In his piece for Forbes, Bergen interviews Schleicher, a law professor at George Mason University, who has recently published a paper arguing that, "[b]y default, city governments make land use decisions that snub small developers, stymie growth, and send housing costs up."
Schleicher cites the lack of competitive local parties in urban legislatures as the root cause of the breakdown in the historical pattern in which an unencumbered housing market responded to rising housing prices with housing development, thus reducing costs.
According to Schleicher what results from the lack of political competition is that, "City Councils end up featuring what one journalist called the 'ironclad principle of aldermanic privilege' or a norm that Members of the City Council have an absolute power to veto zoning changes in their district."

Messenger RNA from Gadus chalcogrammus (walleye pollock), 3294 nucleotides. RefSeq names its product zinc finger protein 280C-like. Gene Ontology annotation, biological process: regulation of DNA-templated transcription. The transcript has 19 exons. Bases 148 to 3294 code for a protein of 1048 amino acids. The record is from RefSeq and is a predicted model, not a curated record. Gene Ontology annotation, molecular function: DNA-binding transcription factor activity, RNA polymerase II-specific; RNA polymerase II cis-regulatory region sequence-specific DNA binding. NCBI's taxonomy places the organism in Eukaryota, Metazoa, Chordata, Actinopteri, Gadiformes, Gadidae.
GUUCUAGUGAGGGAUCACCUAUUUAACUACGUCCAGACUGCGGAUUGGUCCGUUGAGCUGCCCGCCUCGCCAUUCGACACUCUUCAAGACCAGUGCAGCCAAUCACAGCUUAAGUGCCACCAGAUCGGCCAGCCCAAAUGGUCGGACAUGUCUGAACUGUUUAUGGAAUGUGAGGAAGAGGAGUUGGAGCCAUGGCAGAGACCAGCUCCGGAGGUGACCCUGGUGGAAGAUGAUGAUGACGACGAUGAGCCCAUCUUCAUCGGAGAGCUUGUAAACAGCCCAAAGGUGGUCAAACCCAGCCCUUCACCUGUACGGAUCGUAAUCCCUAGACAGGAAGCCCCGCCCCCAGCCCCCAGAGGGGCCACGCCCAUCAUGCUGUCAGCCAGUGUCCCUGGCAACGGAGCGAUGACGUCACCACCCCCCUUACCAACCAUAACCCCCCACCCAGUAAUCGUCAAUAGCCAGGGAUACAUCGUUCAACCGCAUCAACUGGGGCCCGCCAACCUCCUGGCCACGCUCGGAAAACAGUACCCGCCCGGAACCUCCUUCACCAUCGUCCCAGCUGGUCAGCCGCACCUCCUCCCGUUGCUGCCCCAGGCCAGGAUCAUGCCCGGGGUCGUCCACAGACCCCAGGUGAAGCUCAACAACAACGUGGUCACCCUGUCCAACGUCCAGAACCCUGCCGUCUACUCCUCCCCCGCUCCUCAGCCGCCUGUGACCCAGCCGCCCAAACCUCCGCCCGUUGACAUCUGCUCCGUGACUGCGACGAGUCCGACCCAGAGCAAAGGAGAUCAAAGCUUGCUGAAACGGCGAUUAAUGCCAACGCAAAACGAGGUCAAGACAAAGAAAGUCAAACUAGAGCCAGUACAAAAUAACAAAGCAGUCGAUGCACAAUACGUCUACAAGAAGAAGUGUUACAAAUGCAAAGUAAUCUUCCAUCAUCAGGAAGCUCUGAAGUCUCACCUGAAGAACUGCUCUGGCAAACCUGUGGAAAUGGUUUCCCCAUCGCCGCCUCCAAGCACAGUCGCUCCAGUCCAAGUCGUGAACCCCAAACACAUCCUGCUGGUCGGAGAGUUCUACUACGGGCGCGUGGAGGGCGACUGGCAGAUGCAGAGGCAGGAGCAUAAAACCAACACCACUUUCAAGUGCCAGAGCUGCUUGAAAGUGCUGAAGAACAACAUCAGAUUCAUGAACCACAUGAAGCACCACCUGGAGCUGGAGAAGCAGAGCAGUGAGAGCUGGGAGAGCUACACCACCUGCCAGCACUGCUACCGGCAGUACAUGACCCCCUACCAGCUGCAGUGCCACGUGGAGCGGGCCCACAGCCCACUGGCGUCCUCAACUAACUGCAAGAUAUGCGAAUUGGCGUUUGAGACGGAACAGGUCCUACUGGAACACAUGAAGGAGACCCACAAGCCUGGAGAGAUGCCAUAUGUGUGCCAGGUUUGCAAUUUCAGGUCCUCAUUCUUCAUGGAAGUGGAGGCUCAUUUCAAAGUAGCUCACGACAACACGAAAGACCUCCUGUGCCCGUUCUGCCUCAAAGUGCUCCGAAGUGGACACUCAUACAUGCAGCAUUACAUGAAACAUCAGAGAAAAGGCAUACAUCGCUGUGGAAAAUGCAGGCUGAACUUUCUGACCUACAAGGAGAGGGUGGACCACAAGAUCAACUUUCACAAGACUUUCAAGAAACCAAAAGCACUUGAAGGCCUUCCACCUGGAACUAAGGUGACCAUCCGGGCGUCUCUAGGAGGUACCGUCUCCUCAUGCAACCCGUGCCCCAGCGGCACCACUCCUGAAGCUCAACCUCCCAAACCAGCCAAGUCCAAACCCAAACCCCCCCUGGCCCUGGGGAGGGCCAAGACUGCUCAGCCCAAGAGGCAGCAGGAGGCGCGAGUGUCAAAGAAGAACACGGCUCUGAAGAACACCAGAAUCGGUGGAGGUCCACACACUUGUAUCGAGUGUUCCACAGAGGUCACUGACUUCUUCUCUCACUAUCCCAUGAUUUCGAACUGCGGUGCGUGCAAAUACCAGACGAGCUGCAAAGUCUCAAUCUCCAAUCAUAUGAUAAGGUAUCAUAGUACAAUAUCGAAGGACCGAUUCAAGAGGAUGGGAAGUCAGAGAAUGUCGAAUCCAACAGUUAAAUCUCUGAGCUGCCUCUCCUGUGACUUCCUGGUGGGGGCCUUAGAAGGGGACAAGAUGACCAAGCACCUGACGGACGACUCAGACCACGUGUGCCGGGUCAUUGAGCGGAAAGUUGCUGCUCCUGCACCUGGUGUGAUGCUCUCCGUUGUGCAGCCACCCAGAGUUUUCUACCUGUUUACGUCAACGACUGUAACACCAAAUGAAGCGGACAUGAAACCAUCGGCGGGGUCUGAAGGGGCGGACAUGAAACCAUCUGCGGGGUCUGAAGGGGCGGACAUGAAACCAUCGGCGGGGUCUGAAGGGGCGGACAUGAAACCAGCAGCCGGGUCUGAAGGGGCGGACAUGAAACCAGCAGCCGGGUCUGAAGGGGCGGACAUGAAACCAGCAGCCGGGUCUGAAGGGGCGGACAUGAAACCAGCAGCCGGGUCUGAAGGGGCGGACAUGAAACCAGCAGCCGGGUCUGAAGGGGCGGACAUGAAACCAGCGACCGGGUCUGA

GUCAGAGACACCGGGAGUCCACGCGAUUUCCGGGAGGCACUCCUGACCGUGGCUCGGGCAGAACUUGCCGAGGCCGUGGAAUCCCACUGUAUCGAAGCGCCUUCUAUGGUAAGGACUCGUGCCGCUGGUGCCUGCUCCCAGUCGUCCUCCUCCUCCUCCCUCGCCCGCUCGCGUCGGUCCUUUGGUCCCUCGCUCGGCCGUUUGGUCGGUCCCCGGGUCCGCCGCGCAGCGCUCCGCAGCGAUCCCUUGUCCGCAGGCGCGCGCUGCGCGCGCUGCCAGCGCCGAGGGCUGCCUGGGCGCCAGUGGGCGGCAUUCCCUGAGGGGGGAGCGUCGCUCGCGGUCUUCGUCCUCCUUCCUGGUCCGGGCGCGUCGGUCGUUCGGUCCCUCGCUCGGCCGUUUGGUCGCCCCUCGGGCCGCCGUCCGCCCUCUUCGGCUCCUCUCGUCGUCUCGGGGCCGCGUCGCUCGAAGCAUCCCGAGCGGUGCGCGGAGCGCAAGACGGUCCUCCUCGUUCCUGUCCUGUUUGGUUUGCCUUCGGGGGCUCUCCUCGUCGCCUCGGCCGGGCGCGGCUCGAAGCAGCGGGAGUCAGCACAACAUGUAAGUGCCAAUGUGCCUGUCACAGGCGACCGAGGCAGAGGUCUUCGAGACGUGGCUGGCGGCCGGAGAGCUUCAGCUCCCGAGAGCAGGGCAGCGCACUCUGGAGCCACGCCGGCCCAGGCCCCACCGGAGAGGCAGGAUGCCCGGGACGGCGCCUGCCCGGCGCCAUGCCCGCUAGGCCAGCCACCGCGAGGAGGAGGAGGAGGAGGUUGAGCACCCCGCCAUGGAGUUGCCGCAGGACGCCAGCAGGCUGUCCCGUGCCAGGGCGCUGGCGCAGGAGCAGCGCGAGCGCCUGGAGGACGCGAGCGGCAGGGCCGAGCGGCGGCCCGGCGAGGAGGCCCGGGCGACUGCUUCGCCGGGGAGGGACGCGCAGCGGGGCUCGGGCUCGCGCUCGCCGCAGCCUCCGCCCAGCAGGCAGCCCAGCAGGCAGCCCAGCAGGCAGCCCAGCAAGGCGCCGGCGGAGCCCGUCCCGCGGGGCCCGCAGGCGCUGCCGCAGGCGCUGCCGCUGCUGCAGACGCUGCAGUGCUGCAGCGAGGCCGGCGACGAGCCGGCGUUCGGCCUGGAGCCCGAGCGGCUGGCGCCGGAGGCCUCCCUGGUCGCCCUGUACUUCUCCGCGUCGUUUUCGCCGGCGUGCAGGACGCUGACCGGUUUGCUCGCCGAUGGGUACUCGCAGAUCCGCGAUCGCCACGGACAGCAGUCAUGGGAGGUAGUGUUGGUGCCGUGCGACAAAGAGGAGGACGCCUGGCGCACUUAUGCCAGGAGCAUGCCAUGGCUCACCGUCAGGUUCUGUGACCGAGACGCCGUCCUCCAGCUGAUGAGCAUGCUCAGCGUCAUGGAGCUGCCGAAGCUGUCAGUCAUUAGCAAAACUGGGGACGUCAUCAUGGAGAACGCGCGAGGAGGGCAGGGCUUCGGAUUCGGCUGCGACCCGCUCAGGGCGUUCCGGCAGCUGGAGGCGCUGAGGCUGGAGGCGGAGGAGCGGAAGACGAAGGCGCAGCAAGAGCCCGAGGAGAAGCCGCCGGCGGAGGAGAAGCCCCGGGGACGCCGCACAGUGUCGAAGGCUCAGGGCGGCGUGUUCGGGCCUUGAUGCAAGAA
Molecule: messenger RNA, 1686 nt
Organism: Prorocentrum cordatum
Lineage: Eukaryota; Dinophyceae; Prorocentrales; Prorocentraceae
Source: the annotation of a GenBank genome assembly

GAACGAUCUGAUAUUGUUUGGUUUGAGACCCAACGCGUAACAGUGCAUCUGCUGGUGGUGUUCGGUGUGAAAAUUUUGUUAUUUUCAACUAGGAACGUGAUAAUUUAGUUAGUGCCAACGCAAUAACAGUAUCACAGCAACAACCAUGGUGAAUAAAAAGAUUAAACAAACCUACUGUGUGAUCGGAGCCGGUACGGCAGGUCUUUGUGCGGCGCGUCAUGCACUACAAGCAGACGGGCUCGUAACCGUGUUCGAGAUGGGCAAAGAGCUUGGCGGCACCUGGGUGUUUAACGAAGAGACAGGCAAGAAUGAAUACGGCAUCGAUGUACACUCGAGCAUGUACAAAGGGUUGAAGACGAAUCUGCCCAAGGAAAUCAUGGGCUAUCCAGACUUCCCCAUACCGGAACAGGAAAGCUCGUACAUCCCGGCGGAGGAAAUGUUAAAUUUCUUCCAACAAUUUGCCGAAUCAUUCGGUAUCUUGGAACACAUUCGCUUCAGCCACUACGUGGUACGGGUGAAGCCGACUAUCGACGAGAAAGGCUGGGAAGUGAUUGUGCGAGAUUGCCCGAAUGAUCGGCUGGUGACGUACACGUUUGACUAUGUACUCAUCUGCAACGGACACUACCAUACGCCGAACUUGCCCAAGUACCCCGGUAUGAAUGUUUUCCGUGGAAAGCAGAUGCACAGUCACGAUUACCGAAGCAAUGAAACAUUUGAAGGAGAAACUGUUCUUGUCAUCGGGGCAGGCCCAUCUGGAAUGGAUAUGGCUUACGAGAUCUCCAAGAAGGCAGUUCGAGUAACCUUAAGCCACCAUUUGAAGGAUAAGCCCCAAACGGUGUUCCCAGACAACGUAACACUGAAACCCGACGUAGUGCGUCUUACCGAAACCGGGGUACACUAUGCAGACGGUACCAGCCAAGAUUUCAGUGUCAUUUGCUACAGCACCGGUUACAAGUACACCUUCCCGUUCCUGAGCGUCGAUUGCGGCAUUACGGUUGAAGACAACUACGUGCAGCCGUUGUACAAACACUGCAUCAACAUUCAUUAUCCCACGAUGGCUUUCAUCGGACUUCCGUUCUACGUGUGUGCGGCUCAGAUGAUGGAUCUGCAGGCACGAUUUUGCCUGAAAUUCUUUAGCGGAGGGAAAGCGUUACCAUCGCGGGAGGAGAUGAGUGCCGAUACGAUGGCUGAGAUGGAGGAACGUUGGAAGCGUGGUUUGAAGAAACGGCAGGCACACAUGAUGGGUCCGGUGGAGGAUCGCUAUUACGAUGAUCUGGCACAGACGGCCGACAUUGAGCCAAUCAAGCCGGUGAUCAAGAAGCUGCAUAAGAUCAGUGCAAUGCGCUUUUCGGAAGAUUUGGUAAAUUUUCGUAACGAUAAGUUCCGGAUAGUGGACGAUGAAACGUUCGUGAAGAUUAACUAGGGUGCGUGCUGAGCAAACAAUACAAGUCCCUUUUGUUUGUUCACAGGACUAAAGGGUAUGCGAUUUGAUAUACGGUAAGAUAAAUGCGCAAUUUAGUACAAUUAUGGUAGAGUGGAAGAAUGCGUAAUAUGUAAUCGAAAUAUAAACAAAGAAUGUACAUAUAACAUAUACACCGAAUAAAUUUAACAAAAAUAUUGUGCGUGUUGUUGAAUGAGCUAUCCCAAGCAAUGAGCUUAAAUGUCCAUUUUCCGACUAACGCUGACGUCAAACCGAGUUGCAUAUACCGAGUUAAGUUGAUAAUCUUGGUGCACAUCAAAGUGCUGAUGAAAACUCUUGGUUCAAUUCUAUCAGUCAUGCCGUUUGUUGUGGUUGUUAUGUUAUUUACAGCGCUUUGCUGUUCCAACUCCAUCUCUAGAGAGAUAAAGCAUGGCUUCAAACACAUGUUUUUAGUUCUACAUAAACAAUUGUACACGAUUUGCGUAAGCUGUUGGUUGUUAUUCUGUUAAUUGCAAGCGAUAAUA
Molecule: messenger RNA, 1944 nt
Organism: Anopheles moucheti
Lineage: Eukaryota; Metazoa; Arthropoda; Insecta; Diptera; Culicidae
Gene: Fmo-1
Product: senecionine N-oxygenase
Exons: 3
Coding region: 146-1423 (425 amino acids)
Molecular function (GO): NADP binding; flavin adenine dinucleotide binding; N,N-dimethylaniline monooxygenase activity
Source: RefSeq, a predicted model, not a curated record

"This makes a big city like a bunch of exclusive suburbs, at least for zoning purposes. Projects that would help the whole city, benefiting economic growth and reducing housing costs for newcomers or renters, lose out because the neighborhood in which they are located doesn't want them and because each project is presented to the Council seriatim."
A problematic result of this situation is that large developers have the resources to push their projects through the political logjam, but small and incremental developers do not. "Cities end up with a bunch of towers but strong limits on incremental housing growth-small new buildings, granny flats, and the like. This too pushes up housing costs," argues Schleicher.